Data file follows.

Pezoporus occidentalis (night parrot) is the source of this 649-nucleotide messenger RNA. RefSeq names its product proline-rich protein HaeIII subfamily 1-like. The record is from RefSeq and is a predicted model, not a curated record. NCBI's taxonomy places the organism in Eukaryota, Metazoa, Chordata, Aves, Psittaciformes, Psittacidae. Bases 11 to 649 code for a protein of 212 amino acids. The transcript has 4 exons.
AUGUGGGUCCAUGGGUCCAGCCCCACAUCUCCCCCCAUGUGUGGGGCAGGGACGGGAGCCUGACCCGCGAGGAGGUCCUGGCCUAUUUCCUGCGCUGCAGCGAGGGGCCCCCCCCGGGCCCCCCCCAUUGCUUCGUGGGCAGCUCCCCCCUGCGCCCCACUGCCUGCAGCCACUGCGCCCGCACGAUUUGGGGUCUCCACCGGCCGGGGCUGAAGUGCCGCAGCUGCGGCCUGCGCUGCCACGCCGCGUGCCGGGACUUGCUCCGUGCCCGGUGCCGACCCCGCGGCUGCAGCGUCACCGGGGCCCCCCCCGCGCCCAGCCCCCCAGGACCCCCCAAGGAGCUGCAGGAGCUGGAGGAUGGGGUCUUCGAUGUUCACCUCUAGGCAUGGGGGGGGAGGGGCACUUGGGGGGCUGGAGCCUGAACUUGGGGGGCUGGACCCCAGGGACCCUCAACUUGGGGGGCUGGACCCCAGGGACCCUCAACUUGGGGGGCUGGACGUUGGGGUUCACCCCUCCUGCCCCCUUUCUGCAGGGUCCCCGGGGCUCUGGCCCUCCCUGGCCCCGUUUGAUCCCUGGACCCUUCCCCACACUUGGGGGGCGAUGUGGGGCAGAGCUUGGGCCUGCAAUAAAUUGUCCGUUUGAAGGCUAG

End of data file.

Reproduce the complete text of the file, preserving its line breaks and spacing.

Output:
Pezoporus occidentalis (night parrot) is the source of this 649-nucleotide messenger RNA. RefSeq names its product proline-rich protein HaeIII subfamily 1-like. The record is from RefSeq and is a predicted model, not a curated record. NCBI's taxonomy places the organism in Eukaryota, Metazoa, Chordata, Aves, Psittaciformes, Psittacidae. Bases 11 to 649 code for a protein of 212 amino acids. The transcript has 4 exons.
AUGUGGGUCCAUGGGUCCAGCCCCACAUCUCCCCCCAUGUGUGGGGCAGGGACGGGAGCCUGACCCGCGAGGAGGUCCUGGCCUAUUUCCUGCGCUGCAGCGAGGGGCCCCCCCCGGGCCCCCCCCAUUGCUUCGUGGGCAGCUCCCCCCUGCGCCCCACUGCCUGCAGCCACUGCGCCCGCACGAUUUGGGGUCUCCACCGGCCGGGGCUGAAGUGCCGCAGCUGCGGCCUGCGCUGCCACGCCGCGUGCCGGGACUUGCUCCGUGCCCGGUGCCGACCCCGCGGCUGCAGCGUCACCGGGGCCCCCCCCGCGCCCAGCCCCCCAGGACCCCCCAAGGAGCUGCAGGAGCUGGAGGAUGGGGUCUUCGAUGUUCACCUCUAGGCAUGGGGGGGGAGGGGCACUUGGGGGGCUGGAGCCUGAACUUGGGGGGCUGGACCCCAGGGACCCUCAACUUGGGGGGCUGGACCCCAGGGACCCUCAACUUGGGGGGCUGGACGUUGGGGUUCACCCCUCCUGCCCCCUUUCUGCAGGGUCCCCGGGGCUCUGGCCCUCCCUGGCCCCGUUUGAUCCCUGGACCCUUCCCCACACUUGGGGGGCGAUGUGGGGCAGAGCUUGGGCCUGCAAUAAAUUGUCCGUUUGAAGGCUAG